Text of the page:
Alvin B. Tillery Jr | 'I Solemnly Swear': 5 Things Biden Needs to do as He Takes Office Amid Historic Turmoil

January 19, 2021 – from USA TODAY
"It's more like a wartime inauguration than a normal inauguration," said Alvin Tillery Jr., director of Northwestern University's Center for the Study of Diversity and Democracy. "It's going to look a lot more like FDR and the economic crisis of the Great Depression or Lyndon Johnson and the crisis of the civil rights movement." As a result, he said, Biden's speech needs to be "a much more stirring defense of the institution of democracy" than the typical inauguration address – or the typical speech by Biden, usually a plain-spoken person.

Alvin B. Tillery | Trump Leaves America at its Most Divided Since the Civil War

January 19, 2021 – from Erie News Now
Seen against that history, the upsurge in White nationalist violence under Trump seems less like a new phenomenon than the resurgence of an old one -- a determination to use force to maintain a clear racial hierarchy. Political scientist Alvin Tillery, director of the Center for the Study of Diversity and Democracy at Northwestern University, says Trump's success at mobilizing an electoral coalition resistant to demographic change underscores the country's imperfect progress toward creating a true multiracial democracy. While America has formally been a democracy since its birth in the 1700s, he notes, for most of our history those democratic rights were limited solely to White men.

Will Reno | COVID-19 and Fieldwork: Challenges and Solutions

January 19, 2021 – from Cambridge Unversity Press
This reflection article presents insights on conducting fieldwork during and after COVID-19 from a diverse collection of political scientists—from department heads to graduate students based at public and private universities in the United States and abroad. Many of them contributed to a newly published volume, Stories from the Field: A Guide to Navigating Fieldwork in Political Science (Krause and Szekely 2020).

Laurel Harbridge-Yong, James N Druckman, Jamie Dominguez, & Alvin B. Tillery Jr | Inauguration Day: A Time to Heal

January 19, 2021 – from Northwestern Now
As Joe Biden is sworn in as the 46th President of the United States, the inauguration occurs in the shadow of a violent siege on the Capitol Jan. 6 by pro-Trump supporters protesting ratification of the electoral vote. Northwestern experts in law, politics and history reflect on the significance of these historic days, as well as the challenges the incoming administration will need to address during a period of historical social unrest, political division and a public health and economic crisis.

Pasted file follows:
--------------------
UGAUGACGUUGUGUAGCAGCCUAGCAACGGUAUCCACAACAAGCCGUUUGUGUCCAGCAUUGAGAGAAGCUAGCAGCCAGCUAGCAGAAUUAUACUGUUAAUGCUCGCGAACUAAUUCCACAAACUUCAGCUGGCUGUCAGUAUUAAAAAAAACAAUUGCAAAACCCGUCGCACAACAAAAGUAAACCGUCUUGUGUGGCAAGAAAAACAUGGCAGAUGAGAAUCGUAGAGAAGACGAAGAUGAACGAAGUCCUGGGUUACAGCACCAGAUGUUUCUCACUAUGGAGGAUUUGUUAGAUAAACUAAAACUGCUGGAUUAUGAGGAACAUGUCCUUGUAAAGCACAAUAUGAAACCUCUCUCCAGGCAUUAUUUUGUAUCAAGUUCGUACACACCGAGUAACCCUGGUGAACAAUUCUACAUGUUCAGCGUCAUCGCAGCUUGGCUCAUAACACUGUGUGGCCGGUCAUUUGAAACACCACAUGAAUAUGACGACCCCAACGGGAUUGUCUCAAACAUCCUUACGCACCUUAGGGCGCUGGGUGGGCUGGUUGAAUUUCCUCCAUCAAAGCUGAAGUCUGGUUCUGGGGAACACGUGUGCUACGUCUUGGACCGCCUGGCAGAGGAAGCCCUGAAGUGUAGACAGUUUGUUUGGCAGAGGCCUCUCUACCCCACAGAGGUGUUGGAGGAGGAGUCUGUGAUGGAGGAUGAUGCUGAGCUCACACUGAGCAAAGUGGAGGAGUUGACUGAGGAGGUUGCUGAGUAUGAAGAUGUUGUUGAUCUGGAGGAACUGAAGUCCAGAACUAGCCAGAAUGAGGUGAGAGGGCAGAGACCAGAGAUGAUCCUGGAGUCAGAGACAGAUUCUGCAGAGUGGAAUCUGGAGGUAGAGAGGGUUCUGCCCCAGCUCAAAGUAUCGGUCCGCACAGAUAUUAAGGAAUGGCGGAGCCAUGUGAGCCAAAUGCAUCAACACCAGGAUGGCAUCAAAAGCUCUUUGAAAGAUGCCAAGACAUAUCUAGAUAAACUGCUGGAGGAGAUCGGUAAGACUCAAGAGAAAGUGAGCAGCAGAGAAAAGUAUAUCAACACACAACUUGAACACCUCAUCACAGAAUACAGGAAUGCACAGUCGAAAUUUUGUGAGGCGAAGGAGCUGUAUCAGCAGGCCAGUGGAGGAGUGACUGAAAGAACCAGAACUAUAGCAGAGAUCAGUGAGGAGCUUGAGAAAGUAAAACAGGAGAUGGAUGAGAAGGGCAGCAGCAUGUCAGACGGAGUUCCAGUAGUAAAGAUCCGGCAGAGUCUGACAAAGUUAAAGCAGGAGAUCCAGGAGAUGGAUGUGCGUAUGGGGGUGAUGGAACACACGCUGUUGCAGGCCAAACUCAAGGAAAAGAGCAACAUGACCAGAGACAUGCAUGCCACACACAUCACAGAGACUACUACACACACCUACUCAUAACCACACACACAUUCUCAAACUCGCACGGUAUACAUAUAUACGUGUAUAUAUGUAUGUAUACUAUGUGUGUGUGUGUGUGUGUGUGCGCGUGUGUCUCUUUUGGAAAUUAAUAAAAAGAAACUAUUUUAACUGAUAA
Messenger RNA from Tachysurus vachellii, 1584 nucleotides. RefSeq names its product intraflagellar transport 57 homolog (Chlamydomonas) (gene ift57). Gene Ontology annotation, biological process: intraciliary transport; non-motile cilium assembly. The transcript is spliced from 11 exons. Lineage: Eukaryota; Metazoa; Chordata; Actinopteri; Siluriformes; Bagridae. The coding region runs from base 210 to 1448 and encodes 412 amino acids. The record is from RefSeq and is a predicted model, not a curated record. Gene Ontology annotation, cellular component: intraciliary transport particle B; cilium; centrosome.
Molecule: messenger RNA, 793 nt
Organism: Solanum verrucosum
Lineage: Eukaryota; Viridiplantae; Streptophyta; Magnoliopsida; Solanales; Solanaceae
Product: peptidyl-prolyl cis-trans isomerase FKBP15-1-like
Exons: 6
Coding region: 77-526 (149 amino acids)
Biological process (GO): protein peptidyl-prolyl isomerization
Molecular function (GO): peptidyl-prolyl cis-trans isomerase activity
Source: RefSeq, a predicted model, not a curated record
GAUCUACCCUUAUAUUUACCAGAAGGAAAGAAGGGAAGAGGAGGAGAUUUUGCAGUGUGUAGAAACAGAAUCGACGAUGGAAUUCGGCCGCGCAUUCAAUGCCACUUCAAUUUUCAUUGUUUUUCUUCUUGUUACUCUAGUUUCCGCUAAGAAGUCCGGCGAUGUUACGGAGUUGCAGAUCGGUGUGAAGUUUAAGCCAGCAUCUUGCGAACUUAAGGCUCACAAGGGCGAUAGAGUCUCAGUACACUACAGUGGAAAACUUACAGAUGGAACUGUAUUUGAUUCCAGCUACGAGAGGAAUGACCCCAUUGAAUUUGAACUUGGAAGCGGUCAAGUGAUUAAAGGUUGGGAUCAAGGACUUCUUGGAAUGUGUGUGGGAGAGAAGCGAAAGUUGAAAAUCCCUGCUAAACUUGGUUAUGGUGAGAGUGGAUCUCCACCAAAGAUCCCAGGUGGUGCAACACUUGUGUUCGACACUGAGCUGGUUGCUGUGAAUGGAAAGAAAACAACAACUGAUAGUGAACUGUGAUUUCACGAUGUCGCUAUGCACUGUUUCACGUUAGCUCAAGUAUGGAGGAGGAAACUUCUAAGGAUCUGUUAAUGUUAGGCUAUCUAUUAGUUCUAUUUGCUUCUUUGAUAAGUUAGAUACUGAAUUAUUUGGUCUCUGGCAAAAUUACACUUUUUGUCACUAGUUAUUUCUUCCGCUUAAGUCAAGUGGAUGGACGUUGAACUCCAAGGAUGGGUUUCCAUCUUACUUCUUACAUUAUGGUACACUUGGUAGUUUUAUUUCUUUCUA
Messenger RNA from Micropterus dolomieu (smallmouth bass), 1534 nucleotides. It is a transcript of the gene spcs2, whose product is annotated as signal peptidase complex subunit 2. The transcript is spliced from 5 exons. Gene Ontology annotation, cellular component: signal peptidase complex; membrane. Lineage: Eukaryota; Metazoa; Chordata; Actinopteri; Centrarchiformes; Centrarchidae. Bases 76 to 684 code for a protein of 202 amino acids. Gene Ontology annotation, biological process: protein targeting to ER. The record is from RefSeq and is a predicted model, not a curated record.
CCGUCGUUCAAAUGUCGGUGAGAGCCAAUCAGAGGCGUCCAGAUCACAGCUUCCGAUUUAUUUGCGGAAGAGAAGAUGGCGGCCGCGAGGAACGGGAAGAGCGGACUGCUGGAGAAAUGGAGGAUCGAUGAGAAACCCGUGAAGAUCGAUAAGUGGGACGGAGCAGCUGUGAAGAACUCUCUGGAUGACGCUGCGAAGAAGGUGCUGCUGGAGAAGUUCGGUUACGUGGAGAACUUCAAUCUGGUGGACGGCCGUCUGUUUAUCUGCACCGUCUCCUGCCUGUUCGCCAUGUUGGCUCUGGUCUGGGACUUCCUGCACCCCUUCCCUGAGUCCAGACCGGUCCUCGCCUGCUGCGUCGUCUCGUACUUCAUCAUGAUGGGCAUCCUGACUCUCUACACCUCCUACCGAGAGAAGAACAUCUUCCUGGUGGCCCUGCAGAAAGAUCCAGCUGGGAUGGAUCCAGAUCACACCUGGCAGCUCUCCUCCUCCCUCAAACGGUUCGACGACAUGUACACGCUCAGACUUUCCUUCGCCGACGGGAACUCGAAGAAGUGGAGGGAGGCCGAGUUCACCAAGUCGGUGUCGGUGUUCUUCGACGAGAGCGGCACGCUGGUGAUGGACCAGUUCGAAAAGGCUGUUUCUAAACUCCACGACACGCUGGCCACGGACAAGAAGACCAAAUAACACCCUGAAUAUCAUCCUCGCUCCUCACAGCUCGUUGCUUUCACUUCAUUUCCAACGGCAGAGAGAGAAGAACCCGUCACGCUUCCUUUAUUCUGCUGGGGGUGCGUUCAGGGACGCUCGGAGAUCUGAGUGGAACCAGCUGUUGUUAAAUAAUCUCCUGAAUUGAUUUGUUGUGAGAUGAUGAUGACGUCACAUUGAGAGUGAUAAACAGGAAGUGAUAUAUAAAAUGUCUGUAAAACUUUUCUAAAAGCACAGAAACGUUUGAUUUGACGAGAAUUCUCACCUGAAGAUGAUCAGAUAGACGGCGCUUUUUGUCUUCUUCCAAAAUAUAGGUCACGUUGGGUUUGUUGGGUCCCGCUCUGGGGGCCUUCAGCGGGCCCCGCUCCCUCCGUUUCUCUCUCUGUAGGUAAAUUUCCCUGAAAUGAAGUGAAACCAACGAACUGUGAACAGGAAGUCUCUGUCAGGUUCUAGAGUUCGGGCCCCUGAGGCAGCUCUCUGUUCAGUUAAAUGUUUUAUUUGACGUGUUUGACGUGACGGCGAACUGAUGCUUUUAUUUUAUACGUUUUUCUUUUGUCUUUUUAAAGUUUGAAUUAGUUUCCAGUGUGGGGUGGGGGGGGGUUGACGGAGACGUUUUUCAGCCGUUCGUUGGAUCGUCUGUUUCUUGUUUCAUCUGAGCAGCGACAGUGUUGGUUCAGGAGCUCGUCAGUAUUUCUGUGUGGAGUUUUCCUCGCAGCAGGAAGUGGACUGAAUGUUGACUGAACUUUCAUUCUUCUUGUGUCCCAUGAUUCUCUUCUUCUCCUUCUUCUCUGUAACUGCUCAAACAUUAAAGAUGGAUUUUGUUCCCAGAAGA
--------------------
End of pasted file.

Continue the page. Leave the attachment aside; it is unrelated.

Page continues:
Alexander Hertel-Fernandez (WCAS '08) | Ending At-Will Employment: A Guide for Just Cause Reform

January 19, 2021 – from Ending At-Will Employment: A Guide for Just Cause Reform
American exceptionalism in at-will employment has pernicious consequences for workers and US workplaces. As we explain in this brief, at-will employment corrodes enforcement of workers’ labor, employment, and civil rights (e.g., Blades 1967; McGinley 1996). At-will employment also leaves workers vulnerable to arbitrary and unfair treatment by managers and supervisors. Workers already likely to experience discrimination or illegal treatment from their employer—for example, Black and brown workers, workers with lower levels of formal education, and low-wage workers—are especially vulnerable under at-will employment. On a more fundamental level, at-will employment erodes workers’ dignity and diminishes the possibility of real workplace democracy.

Rachel Xanttopoulos (WCAS '11) | How I Got Here Podcast: Episode #3

January 19, 2021 – from The Garage
Nothing changed and everything did. In Mar Mikhael, one of the areas of Beirut most damaged by the explosion last August, there were more signs of reconstruction than destruction when I visited last month. New glass storefronts were being mounted; inside pubs, furniture was set up for reopening. Across the highway, the remains of the 48-metre-high silos at the port stood charred and desolate.

Daniel J. Galvin | Strategic Enforcement and Co-Enforcement of U.S. Labor Standards Are Needed to Protect Workers Through the Coronavirus Recession

January 14, 2021 – from Washington Center for Equitable Growth
The coronavirus pandemic and resulting recession combine to create a uniquely dangerous time for low-wage workers. U.S. unemployment hit record highs in April 2020 and remains persistently elevated. And employers are more likely to break labor laws and take advantage of low-wage workers, both in sectors where labor law violations are traditionally high and in sectors that normally have higher rates of compliance. These dangers confront workers because in a pandemic-induced recession they are in even weaker positions to speak up for themselves, report violations, or find new jobs.